Inspite of the financial turmoil in high income c ountries and high food and energy prices, growth in developing countries is easi n g but still robust, according to a new report released by the World Bank Tuesday .
Private capital flows to emerging markets, which hit a record US$ 1 trillion in 2007, are expected to drop to around US$ 800 billion by 2009, which would still b e the second highest level ever, says the Bank’s report, titled “Global Developm e nt Finance 2008”.
The report predicts a slowdown in world GDP growth from 3.7 per cent in 2007 to 2.7 per cent in 2008, while growth in developing countries is expected to slow f r om an extraordinary 7.8 per cent in 2007 to 6.5 per cent in 2008.
“Strong growth in the developing world is certainly helping to offset the sharp slowdown in the US,” said Uri Dadush, Director of the World Bank’s Development P r ospects Group and International Trade Department.
“But at the same time, rising global inflationary pressures – especially high fo od and energy prices – are hurting large segments of the poor around the world.”
Developing country growth in recent years has been powered in part by expanding capital flows, by foreign banks that have expanded their presence in developing c ountries through acquisitions and the establishment of local affiliates.
As at the end of June 2007, foreign claims on developing-country residents held by major international banks stood at US$ 3.1 trillion, up from US$ 1.1 trillion
at the end of 2002.
“The presence of foreign banks in developing countries expands access to credit and as well as financial services, which can spur efficiency and innovation in d o mestic banks,” said Mansoor Dailami, Manager of International Finance in the Dev e lopment Prospects Group, and lead GDF author.
“However, the ripple effect of shocks from the US and European markets to certai n developing-country financial markets highlights the need for better and more c o ordinated financial regulation, liquidity provision, and macro-economic manageme n t,” Dailami added.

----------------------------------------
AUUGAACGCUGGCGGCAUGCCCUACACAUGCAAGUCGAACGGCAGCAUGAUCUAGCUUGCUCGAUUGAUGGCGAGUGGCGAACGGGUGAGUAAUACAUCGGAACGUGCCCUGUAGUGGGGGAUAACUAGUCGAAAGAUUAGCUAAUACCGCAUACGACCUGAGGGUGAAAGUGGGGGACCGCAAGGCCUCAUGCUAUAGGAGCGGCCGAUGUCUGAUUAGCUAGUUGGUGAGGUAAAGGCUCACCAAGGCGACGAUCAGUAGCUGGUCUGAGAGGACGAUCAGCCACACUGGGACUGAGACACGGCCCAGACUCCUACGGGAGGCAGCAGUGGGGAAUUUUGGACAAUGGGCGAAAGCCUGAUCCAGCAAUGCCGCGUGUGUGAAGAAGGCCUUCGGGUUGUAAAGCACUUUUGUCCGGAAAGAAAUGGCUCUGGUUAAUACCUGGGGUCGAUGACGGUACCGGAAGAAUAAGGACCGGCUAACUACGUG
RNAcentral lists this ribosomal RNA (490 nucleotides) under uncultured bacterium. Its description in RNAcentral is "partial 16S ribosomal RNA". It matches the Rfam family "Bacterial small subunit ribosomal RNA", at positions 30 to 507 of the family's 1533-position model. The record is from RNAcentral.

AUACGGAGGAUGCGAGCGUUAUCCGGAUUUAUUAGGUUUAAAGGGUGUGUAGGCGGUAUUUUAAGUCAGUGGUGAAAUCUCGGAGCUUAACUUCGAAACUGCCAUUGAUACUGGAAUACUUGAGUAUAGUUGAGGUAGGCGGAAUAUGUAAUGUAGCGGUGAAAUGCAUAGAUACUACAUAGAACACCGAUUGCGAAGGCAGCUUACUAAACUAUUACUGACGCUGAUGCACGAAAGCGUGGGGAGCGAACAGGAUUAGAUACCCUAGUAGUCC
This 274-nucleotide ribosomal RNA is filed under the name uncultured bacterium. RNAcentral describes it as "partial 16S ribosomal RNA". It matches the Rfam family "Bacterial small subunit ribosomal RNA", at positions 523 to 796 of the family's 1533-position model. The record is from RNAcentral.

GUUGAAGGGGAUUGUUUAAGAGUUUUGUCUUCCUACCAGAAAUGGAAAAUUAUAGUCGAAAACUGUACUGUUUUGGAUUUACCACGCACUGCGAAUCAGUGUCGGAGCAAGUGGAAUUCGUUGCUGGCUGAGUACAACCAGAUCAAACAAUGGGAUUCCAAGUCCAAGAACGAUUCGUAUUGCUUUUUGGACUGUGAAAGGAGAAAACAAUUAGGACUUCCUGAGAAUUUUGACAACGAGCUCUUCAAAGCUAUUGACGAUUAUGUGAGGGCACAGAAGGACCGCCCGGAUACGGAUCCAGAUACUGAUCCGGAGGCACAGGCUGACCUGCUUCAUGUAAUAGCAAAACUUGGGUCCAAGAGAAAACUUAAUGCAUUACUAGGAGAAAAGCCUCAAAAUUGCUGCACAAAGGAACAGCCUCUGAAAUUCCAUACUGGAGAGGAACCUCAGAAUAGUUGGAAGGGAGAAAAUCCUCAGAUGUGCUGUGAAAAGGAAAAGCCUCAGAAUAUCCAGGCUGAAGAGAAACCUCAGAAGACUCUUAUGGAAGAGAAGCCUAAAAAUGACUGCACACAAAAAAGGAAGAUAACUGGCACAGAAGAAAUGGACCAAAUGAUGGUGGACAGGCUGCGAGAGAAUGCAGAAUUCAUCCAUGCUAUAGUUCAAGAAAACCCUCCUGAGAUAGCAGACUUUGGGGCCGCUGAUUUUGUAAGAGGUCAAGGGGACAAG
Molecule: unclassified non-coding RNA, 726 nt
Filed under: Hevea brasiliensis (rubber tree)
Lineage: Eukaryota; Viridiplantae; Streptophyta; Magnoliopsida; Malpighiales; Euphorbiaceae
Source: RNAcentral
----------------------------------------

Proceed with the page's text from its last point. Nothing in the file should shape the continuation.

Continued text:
The report warns that countries with heavy external financing needs are potentia lly most vulnerable to a credit crunch, particularly in cases where private debt
inflows into the banking sector have contributed to a rapid expansion of domesti c credit, which stokes inflationary pressures.
In 2007 and 2008, several countries in Europe and Central Asia, and a selected f ew in Latin America and the Caribbean and Sub-Saharan Africa were most at risk.
While some low-income countries have recently accessed the international bond ma rket, the bulk of private capital flows to developing countries go to just a few
big economies, among them the so-called BRICs – Brazil, Russia, India and China.
The poorest nations, meanwhile, remain reliant upon official aid, which further declined in 2007. Net official development assistance by members of the OECD’s D e velopment Assistance Committee totalled US$ 103.7 billion in 2007, down from a p e ak of US$ 107.1 billion in 2005, the report says.
High commodity prices are a major worry. Prices of both energy and international ly-traded food increased 25 per cent in nominal terms over the second half of 20 0 7, according to the report.
For oil, the increase was mostly due to years of underinvestment and tight suppl y. For food and agricultural commodities, the big drivers are demand for biofuel s in the US and Europe, high prices for fertilizer and energy inputs, and export b ans on key staple crops.
The report notes that such bans exacerbate shortages in global markets in the sh ort term and can curtail supply responses to higher prices in the long term.
Additionally, poor weather reduced output in some countries, and commodity-marke t speculation also pushed up prices. Grain prices rose the most during the first
months of 2008, they were twice as costly a year earlier.
High food and energy prices are now the dominant force behind increased inflatio n across developing countries – and worryingly, they are hitting the poorest peo p le the hardest.